Chris Ballard at Sports Illustrated writes »

Among those fortunate few was a cohort of NBA players; in addition to Redick, Irving and Paul, investors included Victor Oladipo, Harrison Barnes and DeAndre Jordan, none of whom, it’s safe to say, needed a windfall. Most weren’t in it for the cash; rather, they are both converts and proselytizers. Some, like Paul and Redick, eat both plant and animal protein. Others, like Jordan—who was recently in New York hyping the Beyond Sausage Breakfast Sandwich at Dunkin’ Donuts—have gone, as Redick says, “full vegan on us.”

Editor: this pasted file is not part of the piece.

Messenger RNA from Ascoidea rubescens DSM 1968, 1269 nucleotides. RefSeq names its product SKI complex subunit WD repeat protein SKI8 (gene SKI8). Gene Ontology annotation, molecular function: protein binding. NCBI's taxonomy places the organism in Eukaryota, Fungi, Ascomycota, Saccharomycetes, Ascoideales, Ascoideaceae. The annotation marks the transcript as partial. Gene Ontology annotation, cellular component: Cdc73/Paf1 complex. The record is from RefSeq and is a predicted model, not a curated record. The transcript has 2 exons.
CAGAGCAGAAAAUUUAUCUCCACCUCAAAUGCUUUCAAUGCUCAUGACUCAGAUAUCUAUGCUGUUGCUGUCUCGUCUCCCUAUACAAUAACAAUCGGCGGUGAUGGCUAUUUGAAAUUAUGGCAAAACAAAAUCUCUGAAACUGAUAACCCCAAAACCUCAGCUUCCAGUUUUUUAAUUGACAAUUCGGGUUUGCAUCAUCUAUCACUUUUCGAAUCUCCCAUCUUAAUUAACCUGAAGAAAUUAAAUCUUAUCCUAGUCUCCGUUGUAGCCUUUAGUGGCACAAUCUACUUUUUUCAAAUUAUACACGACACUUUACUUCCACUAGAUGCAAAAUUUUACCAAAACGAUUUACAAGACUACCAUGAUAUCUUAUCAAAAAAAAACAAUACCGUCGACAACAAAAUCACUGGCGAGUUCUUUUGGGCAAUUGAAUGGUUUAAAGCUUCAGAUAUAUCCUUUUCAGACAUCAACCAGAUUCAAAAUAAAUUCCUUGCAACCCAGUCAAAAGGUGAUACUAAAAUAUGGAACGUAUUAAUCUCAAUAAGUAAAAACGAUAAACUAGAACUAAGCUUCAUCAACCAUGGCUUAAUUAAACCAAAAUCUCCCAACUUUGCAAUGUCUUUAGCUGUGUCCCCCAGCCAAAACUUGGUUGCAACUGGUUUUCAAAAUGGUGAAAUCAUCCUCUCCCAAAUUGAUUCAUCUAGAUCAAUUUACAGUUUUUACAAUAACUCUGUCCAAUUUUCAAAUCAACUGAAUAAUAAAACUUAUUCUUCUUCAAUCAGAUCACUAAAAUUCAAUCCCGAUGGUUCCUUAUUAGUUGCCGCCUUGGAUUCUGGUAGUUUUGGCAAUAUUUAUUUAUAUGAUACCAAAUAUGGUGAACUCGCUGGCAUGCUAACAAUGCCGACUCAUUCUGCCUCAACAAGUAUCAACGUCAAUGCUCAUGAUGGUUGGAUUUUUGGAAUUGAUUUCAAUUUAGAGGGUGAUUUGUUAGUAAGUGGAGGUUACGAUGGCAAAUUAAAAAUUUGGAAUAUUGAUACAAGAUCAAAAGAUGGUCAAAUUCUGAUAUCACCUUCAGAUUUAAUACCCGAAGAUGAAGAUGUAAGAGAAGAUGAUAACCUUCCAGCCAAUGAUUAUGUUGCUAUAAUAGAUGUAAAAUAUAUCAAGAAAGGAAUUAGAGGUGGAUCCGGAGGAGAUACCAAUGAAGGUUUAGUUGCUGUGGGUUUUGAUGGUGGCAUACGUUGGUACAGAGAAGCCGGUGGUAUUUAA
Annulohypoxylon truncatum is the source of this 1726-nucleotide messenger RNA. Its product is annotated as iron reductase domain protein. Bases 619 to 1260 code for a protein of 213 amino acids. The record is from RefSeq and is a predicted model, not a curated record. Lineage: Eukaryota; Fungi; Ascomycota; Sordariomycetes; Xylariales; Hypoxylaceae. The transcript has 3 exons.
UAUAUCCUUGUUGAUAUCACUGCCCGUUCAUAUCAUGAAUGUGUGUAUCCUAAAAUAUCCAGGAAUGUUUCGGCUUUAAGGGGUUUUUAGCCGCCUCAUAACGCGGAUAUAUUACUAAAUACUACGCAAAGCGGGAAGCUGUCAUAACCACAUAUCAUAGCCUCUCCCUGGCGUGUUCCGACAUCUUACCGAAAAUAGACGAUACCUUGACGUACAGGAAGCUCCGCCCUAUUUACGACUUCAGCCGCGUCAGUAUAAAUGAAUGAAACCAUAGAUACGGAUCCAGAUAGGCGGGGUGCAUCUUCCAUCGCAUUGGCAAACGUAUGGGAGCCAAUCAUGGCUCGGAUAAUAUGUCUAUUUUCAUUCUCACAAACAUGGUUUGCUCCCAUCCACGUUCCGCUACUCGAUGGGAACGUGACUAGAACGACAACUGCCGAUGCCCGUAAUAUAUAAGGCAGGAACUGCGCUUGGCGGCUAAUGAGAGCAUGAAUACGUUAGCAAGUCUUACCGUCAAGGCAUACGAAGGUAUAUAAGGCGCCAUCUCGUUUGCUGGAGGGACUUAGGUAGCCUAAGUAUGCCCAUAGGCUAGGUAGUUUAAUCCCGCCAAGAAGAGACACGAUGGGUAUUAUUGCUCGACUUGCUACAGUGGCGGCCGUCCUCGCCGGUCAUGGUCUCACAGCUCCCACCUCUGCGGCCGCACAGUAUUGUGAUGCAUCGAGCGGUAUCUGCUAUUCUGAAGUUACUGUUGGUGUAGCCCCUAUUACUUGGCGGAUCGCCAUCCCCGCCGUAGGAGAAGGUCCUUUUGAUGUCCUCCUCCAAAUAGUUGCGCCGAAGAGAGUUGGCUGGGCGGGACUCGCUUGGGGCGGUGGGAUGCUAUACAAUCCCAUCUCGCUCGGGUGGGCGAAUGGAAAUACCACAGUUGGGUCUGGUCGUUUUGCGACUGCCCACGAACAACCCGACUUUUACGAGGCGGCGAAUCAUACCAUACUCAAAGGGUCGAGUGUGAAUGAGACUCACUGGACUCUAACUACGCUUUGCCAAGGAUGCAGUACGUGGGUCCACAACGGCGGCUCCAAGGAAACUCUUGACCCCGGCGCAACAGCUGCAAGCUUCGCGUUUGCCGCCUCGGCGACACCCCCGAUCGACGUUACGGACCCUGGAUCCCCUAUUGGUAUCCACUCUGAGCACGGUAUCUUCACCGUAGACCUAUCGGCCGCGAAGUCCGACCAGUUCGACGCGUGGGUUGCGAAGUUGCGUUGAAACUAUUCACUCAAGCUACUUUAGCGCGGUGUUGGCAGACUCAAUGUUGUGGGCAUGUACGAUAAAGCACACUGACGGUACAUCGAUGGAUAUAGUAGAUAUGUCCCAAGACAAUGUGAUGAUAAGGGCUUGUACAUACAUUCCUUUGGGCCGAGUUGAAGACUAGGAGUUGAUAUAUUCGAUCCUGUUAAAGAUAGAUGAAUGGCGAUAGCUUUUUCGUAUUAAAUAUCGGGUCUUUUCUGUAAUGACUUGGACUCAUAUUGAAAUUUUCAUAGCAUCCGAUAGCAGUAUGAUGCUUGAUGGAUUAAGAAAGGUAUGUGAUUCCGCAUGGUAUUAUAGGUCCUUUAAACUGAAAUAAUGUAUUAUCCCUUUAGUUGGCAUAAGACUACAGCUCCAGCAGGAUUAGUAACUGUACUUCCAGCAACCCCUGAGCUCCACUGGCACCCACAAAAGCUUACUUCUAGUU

The NBA connection makes sense, at least in one respect. Today’s players are constantly seeking micro advantages. The Lakers traveled with a bone broth chef at Kobe Bryant’s behest; LeBron James uses cryotherapy. If a plant-based diet really can extend a playing career—as Brown contends and many believe—then reducing meat intake is worth the trade-off.

From another perspective, however, the idea that NBA players are now the face of veggie burgers represents a seismic shift—both in business strategy and in people’s views on food, sports and masculinity.

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